Does an arrest for drunk driving affect my green card?

Question: I am in the U.S. on an H1B visa. Last Friday, some of my friends went out to a bar. It was a nice evening and with dinner, we had a couple of drinks. On our way back, we were stopped by a traffic cop for failing to stop at a stop sign. He made my friend, who was driving, get out of the car and told us that he was going to do a breath analyzer, which he did. It came back with a .08 reading, and he cited my friend for drunk driving. Someone told my friend that he could be deported because, since he now has a DUI, he now has a criminal record. Is this true? Is he going to get deported? What do we do? Is there anything we can do to prevent his deportation?

Answer: It depends. Yes, there is a very legitimate concern about deportation. However, I do not think the situation may be as dire as you fear.

Under current laws, a non-immigrant individual committing an “aggravated felony” may be deported. There is a long list of crimes that are considered aggravated felonies. The only one that concerns us here is the “crime of violence.” A “crime of violence” is a crime where force is used or where there is a risk that physical force may be used while the crime is being committed.

For example, if a person points a loaded gun at you to rob you, he just committed a crime of violence. Robbery is a felony and his pointing a gun involves a risk that, while he is committing the crime of robbing you, you may be injured by the physical force of the bullet hitting you. Thus, it is a crime of violence and can lead to deportation.

Whether DUI is considered a “crime of violence” depends on the state in which your friend was cited. A lot of states list DUI as a felony where force is or may be used, some states do not. If it was a state which does not list DUI as a felony, then he is lucky and he only needs to deal with the traffic violation.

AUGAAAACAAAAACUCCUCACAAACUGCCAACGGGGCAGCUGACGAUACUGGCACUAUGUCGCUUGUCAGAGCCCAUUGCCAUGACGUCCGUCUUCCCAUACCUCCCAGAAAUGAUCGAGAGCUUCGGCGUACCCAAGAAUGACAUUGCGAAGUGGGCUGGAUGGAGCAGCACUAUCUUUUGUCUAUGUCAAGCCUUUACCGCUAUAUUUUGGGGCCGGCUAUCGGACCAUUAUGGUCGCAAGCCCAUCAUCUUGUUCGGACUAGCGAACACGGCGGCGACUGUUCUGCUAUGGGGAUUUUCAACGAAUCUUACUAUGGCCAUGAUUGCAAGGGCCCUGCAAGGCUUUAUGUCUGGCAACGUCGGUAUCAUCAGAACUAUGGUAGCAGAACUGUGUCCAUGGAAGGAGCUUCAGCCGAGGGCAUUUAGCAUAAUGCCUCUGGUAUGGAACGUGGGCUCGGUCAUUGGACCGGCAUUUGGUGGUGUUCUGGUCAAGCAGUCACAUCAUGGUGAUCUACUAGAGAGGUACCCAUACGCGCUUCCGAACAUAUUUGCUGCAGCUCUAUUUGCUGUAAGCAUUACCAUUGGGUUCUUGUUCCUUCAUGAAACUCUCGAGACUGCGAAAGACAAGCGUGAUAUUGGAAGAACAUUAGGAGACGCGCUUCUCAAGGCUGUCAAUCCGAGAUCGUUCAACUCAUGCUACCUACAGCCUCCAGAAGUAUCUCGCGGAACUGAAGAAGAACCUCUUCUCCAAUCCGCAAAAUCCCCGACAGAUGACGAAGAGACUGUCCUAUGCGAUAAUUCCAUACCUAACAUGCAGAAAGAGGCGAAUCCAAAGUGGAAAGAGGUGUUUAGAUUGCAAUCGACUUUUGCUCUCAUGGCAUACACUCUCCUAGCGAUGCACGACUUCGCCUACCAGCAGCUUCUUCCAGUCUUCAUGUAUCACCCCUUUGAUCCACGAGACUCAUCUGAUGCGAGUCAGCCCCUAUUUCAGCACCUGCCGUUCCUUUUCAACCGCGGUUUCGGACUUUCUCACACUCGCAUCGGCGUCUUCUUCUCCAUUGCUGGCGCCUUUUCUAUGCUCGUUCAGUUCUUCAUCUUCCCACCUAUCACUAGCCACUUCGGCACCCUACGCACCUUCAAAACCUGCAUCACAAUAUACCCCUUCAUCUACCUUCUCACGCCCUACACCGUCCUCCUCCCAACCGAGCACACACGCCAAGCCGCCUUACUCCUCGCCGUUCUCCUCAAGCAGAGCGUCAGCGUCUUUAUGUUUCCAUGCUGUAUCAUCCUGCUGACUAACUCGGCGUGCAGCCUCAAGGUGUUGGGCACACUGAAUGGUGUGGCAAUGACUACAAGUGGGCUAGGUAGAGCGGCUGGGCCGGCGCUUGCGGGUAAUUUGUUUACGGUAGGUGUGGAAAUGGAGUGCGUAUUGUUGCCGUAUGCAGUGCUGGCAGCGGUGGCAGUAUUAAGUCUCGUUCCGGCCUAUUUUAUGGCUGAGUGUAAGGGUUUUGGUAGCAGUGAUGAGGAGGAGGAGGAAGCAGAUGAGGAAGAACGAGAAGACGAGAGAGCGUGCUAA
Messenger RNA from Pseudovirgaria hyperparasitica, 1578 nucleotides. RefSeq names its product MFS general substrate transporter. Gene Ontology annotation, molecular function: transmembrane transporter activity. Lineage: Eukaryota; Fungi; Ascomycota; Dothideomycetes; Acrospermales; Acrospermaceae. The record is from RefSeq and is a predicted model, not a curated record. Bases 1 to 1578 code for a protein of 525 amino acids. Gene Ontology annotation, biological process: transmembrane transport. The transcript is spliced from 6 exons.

On the other hand, if he was in Texas, for instance, he stands the risk of being deported. In a recent case in Texas, drunk driving was defined as “operating a motor vehicle while intoxicated.” In this case, the judge decided that even though no force was used, the mere fact of driving while drunk created a risk that physical force (of a car hitting someone) existed. INS proceeded to deport the individual.

What this means for non-immigrant persons is – if they are on the road speeding, or get pulled over for a minor traffic offense and they’ve had one drink too many, even if no one is hurt, even if it is only a minor traffic violation – if they are cited for drunk driving, they stand the risk of being deported.

For your friend, I would recommend that he contact an attorney in his own state as soon as possible to seek legal advice. Even though he may not be facing deportation, he may have ramifications when applying for a green card, and later, for citizenship. Good legal counsel at this point may save him a lot of trouble later on.

 

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